HARRIS Speaking of masquerade, earlier in our conversation, you clarified your own sexual identity as a dominant female by saying, “It’s not showtime, I don’t turn it on and off like a performer.” It made me think of that phrase “elegant pervert,” which you’ve used to describe yourself. What exactly does the term mean to you?
BURKHART Well, it’s just a joke, really, that I certainly don’t define myself by. But it’s a way to express that what has been called “different loving” doesn’t have to be cheap or transactional or a creepy carnival. It can be dignified and chosen and beautiful.
And when I said, “It’s not showtime . . . ,” I meant it’s a lifestyle thing that is 24/7. The performativity is sort of grounded in an awareness that it is a political act for me to be able to live this way on my own terms. The notion of masquerade is actually a much deeper one than that. You’re taking me back to the days of teaching feminist theory, specifically Joan Riviere’s “Womanliness as a Masquerade”  and the work of Michèle Montrelay. But then I’m not interested in that kind of femininity, I find it oppressive—I’m interested in feminism. Social change.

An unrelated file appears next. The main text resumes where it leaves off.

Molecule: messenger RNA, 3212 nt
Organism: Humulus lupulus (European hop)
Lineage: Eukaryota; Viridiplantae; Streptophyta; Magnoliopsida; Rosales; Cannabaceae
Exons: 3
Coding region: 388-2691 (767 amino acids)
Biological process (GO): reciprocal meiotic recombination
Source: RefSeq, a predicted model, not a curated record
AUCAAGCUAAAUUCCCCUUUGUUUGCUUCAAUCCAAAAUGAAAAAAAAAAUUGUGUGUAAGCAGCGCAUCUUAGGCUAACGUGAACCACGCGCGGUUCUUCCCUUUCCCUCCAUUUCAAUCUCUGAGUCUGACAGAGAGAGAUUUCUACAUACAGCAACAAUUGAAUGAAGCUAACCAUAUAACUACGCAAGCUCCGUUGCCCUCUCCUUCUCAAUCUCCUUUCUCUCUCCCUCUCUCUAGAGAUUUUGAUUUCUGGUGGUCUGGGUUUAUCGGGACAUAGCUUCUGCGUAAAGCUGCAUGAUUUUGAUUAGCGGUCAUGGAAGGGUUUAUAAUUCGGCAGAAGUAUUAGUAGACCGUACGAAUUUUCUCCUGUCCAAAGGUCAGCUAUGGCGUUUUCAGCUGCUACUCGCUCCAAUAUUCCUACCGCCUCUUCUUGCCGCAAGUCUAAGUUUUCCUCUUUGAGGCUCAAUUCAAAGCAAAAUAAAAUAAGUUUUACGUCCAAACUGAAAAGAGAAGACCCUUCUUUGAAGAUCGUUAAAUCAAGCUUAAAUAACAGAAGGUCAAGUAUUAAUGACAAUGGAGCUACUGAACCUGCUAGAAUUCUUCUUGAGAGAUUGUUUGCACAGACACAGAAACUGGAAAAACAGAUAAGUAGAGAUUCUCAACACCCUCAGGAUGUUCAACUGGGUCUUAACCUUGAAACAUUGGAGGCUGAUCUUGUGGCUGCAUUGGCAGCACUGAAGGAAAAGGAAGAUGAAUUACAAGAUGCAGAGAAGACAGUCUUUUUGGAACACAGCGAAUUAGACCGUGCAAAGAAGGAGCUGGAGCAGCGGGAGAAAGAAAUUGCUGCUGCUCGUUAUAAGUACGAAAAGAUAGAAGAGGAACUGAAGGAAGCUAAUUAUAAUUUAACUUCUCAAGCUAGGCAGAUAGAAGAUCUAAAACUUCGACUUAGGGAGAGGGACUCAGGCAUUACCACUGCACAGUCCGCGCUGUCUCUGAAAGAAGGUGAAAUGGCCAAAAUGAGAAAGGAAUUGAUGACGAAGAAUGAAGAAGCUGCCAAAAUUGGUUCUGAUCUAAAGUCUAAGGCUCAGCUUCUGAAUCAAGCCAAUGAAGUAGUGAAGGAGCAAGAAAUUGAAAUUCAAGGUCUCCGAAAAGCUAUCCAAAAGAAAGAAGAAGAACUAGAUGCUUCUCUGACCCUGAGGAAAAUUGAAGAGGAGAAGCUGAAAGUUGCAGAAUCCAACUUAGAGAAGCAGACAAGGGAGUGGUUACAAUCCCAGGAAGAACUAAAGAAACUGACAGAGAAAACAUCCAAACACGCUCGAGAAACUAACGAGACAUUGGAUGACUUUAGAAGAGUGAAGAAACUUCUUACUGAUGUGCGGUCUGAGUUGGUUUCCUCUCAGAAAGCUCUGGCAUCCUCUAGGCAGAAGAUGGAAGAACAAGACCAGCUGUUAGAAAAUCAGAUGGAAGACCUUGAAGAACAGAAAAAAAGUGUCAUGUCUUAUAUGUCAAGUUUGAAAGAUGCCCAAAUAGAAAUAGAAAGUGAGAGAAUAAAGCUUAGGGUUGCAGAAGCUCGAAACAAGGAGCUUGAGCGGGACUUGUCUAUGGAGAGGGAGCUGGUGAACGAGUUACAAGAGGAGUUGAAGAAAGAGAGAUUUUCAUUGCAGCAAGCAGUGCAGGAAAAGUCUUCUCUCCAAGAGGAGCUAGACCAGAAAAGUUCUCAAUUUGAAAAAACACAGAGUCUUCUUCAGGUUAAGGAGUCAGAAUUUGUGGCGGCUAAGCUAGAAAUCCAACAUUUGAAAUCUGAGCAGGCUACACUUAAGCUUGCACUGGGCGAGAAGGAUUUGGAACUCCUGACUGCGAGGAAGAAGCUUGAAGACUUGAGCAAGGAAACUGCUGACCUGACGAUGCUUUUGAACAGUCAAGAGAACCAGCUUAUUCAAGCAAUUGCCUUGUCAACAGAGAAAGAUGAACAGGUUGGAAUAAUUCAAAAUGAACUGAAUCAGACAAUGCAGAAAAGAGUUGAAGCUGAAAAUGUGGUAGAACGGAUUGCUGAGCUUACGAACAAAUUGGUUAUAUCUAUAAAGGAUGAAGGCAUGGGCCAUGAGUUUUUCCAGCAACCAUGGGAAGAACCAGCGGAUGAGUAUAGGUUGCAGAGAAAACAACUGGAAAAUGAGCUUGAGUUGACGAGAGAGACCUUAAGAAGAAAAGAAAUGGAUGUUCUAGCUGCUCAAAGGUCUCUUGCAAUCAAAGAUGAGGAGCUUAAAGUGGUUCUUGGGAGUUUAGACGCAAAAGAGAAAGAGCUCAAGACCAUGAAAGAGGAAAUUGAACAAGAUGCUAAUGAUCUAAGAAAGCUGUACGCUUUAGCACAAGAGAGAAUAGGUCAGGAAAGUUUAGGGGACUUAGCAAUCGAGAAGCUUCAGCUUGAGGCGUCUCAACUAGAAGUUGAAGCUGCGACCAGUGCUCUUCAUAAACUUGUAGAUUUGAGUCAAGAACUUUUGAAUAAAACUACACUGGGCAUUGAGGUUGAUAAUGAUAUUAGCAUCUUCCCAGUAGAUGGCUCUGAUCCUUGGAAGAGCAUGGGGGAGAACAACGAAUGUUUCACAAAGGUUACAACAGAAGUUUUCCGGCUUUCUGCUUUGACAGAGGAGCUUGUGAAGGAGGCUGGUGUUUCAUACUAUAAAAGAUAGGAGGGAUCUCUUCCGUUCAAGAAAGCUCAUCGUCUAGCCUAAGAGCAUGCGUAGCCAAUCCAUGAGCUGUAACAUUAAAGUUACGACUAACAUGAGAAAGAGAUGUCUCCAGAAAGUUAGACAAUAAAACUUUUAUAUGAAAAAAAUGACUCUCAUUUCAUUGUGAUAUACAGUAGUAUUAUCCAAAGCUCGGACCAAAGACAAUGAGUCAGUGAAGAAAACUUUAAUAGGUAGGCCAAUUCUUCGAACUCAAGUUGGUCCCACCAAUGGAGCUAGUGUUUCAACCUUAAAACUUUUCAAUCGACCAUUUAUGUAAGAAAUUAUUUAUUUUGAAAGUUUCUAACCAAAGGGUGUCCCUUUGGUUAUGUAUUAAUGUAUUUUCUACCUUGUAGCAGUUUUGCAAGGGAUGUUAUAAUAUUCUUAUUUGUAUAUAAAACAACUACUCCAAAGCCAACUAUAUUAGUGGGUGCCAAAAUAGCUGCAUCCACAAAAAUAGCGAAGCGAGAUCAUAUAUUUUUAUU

HARRIS How do you see your practice in the context of feminism and social change, especially with regard to your use of language? I’m thinking of the expletives and confrontational slogans in the LTS, but also your sculptural haiku made out of chocolate—such as “yes is the new no / no sex is the new sex / men are the new women” and “yesterday I plucked / a very stiff and bristly / white hair from my cunt”—which seem to reconfigure the language of desire.
BURKHART The haiku connect my poetry to visual art by taking on sculptural form. I started writing a lot of haiku after 9/11. They serve as a bridge between the literary and visual in my practice, but they lean more toward literature. They have been made with wooden letters, chocolate letters, foam letters and chalk on the sidewalk. In the LTS, the curses are mobilized as rallying slogans, affirmation in the mode of negation, and they offer a place where viewers can begin to unpack the image. That part depends on what they bring to it. Sometimes I see people who don’t know me looking at the work, and they’re either smiling and laughing and gaining some empowerment from the experience or really disturbed and threatened. Of course I prefer the smile, but the work is making change regardless of whether I see horror or recognition. Either reaction is a strong one.
A survey of Kathe Burkhart’s “Liz Taylor” series, at Fri Art, Centre d’art de Fribourg/Kunsthalle Freiburg, Mar. 13- May 8.
1. Cady Noland, “Artists Curate: Back at You,” Artforum, January 2002, p. 106.